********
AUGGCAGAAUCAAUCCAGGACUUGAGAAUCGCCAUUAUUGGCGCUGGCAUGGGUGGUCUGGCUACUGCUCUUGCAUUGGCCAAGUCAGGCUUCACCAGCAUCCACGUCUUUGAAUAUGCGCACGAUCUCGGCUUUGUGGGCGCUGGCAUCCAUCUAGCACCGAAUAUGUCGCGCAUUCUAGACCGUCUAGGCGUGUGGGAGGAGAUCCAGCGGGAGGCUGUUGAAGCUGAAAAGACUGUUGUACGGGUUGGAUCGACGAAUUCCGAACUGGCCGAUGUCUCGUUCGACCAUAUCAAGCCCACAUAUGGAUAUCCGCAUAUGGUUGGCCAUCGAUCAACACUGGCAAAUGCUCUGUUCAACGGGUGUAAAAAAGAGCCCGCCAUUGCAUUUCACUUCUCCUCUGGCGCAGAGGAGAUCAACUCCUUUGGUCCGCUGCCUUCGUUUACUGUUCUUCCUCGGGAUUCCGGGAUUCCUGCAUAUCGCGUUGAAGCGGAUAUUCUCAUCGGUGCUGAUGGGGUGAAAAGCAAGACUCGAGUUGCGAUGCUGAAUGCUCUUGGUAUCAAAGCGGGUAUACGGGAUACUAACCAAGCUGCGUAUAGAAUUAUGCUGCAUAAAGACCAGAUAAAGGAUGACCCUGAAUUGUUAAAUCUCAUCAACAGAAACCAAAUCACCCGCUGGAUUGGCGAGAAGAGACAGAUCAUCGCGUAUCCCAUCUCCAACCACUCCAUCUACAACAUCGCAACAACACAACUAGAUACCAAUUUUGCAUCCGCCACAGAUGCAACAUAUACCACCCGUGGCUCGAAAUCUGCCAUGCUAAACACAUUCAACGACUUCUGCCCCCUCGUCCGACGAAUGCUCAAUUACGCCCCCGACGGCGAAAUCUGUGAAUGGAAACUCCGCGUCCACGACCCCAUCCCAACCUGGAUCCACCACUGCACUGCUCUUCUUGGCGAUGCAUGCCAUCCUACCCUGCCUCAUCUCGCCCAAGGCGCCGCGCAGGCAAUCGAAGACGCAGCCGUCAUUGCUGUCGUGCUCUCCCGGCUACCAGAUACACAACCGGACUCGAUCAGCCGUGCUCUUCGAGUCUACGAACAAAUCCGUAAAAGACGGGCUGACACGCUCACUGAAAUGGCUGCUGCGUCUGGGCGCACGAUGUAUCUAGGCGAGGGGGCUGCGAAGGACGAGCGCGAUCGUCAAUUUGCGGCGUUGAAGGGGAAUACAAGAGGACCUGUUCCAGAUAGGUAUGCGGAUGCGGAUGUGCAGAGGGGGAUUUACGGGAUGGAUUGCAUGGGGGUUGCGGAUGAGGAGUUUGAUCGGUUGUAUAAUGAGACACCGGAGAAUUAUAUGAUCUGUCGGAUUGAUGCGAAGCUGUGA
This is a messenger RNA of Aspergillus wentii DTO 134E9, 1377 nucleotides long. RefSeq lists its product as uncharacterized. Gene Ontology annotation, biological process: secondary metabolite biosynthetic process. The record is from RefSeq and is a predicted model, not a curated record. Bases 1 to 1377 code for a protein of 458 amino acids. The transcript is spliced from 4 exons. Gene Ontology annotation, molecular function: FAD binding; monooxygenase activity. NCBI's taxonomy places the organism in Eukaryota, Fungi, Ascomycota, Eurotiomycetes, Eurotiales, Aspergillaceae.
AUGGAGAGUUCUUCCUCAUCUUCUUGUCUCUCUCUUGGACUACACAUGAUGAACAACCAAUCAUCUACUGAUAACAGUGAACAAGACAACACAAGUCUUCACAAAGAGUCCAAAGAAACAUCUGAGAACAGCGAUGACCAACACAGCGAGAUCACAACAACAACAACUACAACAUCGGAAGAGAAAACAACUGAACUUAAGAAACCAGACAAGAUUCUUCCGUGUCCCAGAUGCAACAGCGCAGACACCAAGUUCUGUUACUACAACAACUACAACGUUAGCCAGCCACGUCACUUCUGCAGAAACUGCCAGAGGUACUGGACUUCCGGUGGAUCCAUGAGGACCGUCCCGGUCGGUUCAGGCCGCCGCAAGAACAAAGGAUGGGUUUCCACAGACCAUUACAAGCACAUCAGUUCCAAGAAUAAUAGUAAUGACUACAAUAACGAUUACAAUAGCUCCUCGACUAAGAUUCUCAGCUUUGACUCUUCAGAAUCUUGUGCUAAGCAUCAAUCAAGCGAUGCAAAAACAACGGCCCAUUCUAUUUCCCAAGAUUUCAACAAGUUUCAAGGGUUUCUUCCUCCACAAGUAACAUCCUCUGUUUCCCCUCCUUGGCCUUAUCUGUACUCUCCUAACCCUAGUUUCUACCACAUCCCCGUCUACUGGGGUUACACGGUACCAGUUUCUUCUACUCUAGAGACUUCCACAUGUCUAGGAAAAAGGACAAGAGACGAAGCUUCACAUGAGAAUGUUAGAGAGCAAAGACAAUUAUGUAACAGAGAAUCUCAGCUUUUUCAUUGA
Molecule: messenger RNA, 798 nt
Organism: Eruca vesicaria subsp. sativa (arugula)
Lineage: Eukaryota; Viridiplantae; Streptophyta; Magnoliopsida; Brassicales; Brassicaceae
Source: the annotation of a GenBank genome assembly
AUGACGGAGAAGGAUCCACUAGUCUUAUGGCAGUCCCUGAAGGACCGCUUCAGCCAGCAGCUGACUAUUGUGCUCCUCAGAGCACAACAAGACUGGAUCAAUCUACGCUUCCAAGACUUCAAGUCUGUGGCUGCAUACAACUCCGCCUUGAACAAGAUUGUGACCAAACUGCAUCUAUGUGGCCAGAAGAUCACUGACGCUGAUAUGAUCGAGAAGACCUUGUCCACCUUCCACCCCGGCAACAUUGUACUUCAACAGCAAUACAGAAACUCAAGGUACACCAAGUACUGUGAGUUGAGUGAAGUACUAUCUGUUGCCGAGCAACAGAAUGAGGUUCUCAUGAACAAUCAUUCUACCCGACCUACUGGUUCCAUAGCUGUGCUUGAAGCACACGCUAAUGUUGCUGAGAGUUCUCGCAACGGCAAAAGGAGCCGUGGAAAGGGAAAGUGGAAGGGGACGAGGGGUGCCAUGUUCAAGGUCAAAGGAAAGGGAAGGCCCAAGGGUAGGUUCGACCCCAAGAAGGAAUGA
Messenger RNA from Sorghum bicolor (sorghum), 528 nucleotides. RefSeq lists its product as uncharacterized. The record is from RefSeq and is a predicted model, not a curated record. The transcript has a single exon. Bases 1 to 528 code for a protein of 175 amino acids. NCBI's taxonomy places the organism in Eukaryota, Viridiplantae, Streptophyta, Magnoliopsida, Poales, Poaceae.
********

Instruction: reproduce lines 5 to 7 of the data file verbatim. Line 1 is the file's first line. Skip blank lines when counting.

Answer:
Organism: Eruca vesicaria subsp. sativa (arugula)
Lineage: Eukaryota; Viridiplantae; Streptophyta; Magnoliopsida; Brassicales; Brassicaceae
Source: the annotation of a GenBank genome assembly